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Steamed Bao/Baozi - Red Bean Paste

Updated: Mar 14, 2021

Best right out of the steamer these pillowy steamed baos hide a delicious filling waiting to delight. This recipe fills the bao with smooth, sweet red bean paste. Perfect for snacking or a quick breakfast!

It took me a while to really nail down this recipe for the dough. When done just right the steamed bread has a fluffy, and slightly chewy texture and a slightly sweet taste a wonderful balance for the filling inside.

This is our favorite sweet filling for baos. The steamed, buns freeze beautifully and re-steam back to their original pillowyness. So make a lot and eat them anytime!

Steamed Red Bean Baos/Baozi

Ingredients (makes 15)


1 1/2 teaspoons instant yeast

3 Tablespoons sugar

3 cups all purpose unbleached flour (or bleached all purpose flour for whiter dough)

1/2 cup milk

1/2 cup warm water

1 Tablespoon butter, cut into small cubes

1/2 teaspoon baking powder (be careful NOT to use baking soda by mistake)


1 can prepared red bean paste (will use about 1 cup)


small wooden rolling pin

parchment paper



I like to give the yeast a little head start. In a small bowl add the yeast, 1 Tablespoon of sugar and 1/4 cup of warm water (110°F is best but don't go hotter - should feel warm on the back of your hand). Let sit to start blooming while you get your other ingredients together.

In a large mixing bowl, add flour, milk, other 1/4 cup of warm water, butter and baking powder. Stir with a silicone spatula or in the bowl of a mixer using the paddle attachment. Add the yeast mixture, which should now be slightly bubbly. Mix with spatula or paddle attachment until you get a shaggy looking dough. Then switch to kneading by hand or using the dough hook. Knead for 8-10 minutes until the dough is smooth and elastic. If it feels dry and dense, add a tablespoon of water at a time and wait till incorporated before adding more if needed. Dough should feel soft like play dough. If it looks too wet continue to knead a couple minutes to give the flour a chance to absorb the extra moisture. If still wet and sticky, add 1 tablespoon of flour at a time to incorporate.

When the dough is ready, gather into a smooth ball and place in a greased bowl. Spray top lightly with a cooking spray and cover with a damp towel or plastic wrap. Place in a warm dark place like your oven (but don't turn on your oven!). Let sit to proof until doubled in size (1 hour).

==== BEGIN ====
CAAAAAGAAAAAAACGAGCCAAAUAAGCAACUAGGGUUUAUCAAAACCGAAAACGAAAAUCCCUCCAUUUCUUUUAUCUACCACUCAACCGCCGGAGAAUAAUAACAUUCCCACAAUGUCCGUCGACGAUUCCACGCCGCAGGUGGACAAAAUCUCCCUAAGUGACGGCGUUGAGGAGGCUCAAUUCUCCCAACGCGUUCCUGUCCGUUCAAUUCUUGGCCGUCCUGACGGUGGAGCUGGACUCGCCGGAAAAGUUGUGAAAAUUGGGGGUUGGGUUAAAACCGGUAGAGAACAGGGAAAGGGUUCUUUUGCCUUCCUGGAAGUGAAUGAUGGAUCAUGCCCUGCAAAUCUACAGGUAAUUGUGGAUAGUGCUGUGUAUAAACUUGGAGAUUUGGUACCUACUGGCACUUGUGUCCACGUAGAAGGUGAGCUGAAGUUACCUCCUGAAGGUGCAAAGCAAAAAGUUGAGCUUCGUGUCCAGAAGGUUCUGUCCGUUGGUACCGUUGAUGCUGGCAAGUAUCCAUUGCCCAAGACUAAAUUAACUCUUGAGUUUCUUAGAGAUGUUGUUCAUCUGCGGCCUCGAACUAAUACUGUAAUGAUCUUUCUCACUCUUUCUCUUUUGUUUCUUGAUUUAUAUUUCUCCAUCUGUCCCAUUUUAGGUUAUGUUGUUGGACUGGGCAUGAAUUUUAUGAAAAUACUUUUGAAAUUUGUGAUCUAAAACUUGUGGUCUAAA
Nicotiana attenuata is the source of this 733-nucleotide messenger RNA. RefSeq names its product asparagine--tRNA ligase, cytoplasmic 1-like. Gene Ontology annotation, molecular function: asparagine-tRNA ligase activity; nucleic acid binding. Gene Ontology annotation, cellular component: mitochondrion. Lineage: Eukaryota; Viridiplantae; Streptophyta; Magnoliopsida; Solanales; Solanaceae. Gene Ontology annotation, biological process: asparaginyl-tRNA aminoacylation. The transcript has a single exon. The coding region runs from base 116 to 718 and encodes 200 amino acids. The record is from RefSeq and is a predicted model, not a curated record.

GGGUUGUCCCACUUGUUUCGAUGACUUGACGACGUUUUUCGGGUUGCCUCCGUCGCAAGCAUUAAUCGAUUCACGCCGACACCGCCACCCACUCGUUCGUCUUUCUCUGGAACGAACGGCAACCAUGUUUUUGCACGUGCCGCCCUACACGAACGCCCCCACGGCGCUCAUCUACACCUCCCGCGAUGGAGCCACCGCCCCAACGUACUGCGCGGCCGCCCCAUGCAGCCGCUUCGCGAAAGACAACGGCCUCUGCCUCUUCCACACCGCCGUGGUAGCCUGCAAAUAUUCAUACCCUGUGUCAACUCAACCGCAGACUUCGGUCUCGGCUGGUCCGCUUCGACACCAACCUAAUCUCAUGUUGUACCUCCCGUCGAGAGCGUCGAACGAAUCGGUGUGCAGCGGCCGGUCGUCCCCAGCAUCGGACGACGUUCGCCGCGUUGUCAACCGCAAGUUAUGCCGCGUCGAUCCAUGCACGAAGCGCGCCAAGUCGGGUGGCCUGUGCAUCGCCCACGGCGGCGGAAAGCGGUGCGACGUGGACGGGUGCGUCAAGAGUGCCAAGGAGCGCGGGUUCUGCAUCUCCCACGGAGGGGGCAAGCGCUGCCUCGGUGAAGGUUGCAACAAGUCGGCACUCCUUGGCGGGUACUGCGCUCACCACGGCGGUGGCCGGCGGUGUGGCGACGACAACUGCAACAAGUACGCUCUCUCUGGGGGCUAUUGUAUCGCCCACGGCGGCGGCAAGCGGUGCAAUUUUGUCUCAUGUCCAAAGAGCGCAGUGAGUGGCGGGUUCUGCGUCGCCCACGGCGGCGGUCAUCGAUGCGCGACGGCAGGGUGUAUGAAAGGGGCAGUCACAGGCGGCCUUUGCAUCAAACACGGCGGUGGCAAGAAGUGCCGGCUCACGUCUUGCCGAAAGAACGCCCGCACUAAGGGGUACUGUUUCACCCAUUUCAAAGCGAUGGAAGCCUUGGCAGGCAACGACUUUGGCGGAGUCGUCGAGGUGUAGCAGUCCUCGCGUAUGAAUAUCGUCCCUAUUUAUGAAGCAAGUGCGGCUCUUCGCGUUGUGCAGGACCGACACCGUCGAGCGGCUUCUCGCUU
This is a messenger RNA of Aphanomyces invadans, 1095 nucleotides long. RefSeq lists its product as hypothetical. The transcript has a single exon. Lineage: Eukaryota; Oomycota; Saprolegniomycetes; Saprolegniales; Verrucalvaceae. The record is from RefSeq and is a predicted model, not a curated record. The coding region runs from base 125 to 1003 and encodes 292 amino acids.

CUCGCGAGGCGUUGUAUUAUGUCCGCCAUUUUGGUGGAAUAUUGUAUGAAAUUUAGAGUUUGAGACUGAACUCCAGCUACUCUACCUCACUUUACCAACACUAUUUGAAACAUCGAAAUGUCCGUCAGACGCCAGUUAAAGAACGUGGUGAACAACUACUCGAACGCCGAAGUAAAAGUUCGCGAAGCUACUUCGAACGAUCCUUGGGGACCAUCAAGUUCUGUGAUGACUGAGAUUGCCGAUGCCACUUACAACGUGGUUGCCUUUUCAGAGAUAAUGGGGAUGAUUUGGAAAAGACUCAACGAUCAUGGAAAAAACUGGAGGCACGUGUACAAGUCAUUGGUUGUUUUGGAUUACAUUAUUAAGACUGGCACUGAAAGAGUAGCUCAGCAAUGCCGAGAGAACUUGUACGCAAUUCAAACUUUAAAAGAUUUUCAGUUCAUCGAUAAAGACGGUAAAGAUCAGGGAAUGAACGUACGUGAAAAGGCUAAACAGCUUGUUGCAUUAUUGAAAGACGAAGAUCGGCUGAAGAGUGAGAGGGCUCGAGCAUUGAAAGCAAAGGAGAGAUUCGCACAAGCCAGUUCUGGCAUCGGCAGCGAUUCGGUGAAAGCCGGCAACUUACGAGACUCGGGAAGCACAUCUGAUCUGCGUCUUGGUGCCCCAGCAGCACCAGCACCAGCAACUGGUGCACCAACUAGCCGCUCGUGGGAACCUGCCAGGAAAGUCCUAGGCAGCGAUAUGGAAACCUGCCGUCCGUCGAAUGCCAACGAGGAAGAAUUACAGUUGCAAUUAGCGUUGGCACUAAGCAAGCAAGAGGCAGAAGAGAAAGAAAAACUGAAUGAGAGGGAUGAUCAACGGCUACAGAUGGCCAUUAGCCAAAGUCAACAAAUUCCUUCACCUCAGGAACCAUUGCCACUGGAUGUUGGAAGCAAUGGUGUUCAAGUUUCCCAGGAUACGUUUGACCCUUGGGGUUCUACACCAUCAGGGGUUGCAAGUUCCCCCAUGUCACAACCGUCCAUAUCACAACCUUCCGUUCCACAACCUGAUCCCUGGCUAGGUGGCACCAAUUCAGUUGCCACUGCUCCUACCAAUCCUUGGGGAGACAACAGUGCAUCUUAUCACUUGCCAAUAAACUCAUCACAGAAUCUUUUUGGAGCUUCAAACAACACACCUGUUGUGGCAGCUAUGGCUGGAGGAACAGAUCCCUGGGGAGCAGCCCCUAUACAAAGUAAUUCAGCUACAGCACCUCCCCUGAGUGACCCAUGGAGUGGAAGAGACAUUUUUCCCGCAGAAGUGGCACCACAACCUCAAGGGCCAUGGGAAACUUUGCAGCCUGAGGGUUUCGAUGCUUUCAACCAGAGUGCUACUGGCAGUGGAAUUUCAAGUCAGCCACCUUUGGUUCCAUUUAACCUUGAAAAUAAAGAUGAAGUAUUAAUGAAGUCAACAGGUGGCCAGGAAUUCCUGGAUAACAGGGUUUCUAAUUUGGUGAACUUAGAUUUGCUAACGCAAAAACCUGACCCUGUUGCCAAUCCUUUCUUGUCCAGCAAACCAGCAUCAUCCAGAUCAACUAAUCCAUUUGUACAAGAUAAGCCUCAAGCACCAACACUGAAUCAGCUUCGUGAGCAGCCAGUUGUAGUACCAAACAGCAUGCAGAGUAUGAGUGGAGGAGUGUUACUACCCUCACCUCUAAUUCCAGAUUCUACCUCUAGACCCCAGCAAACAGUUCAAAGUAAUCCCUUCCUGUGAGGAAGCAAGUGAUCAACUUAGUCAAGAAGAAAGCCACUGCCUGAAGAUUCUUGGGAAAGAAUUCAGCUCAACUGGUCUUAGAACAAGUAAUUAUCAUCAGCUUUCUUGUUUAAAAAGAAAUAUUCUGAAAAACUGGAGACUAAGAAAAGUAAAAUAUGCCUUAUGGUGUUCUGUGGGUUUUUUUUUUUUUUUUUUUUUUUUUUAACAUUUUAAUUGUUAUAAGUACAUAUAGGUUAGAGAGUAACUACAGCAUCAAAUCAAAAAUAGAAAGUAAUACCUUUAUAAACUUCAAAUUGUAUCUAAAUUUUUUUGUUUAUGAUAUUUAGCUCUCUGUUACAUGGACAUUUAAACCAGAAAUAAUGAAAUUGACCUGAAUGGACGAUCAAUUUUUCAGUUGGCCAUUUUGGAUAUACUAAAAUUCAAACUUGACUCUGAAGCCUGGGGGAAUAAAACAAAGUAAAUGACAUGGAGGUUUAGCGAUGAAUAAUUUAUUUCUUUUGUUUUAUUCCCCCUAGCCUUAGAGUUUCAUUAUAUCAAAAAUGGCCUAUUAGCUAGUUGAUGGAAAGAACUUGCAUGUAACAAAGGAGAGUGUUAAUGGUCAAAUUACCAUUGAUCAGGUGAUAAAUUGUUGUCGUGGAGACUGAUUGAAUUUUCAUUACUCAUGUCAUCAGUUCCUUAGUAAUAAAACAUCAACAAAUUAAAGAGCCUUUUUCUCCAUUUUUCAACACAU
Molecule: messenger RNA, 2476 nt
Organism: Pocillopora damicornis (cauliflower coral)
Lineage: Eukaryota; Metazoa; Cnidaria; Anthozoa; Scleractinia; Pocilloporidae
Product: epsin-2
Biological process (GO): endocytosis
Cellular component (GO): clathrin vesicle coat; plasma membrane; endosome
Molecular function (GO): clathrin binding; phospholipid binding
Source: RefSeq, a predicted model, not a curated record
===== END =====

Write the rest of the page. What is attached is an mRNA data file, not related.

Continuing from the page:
After 1 hour, remove dough, punch down and knead gently back into a ball. Now it's ready to divide and shape as you wish! Use your thumb to poke a hole in the middle of the ball to form a doughnut shape and gently pull and stretch the "doughnut" until you get a consistent thickness. Cut the doughnut and gently roll the log on a lightly floured surface. Cut into 15 equal pieces. If you want to be exact, use a kitchen scale. Dough should weigh about 800 g, so each piece should weigh about 53 g. Cover cut pieces with a damp cloth.

Working with one piece at at time take one piece and place on lightly floured surface. Lightly flour your rolling pin. Rolling with the end of the rolling pin is easiest and quickest. You will use a constant motion of rolling forward and back with one hand and the other hand will rotate the piece of dough. Roll firmly to get a round shape where edges are thinner than the middle until you get a round about 4" in diameter. Roll all of your dough before filling. Keep covered with a damp cloth so they don't dry out.

Fill the bao with a heaping tablespoon of red bean paste. Bring up the edges and pinch to close. Place on a tray lined with parchment paper to rest while you fill the rest. Get water boiling in a steamer. Steam for 10-12 minutes, leaving at least 1" between each bao as they will expand. Enjoy!!

Pro tip: If you are making multiple batches (doubling or tripling this recipe) you will need to increase the amount of water slightly to maintain the correct pliability of the dough. It should always feel like play dough that bounces back, not dense and dry and not sticky.

Tip: If you are filling a batch of baos with more than one filling, don't forget to wrap the baos differently so you know which is which.

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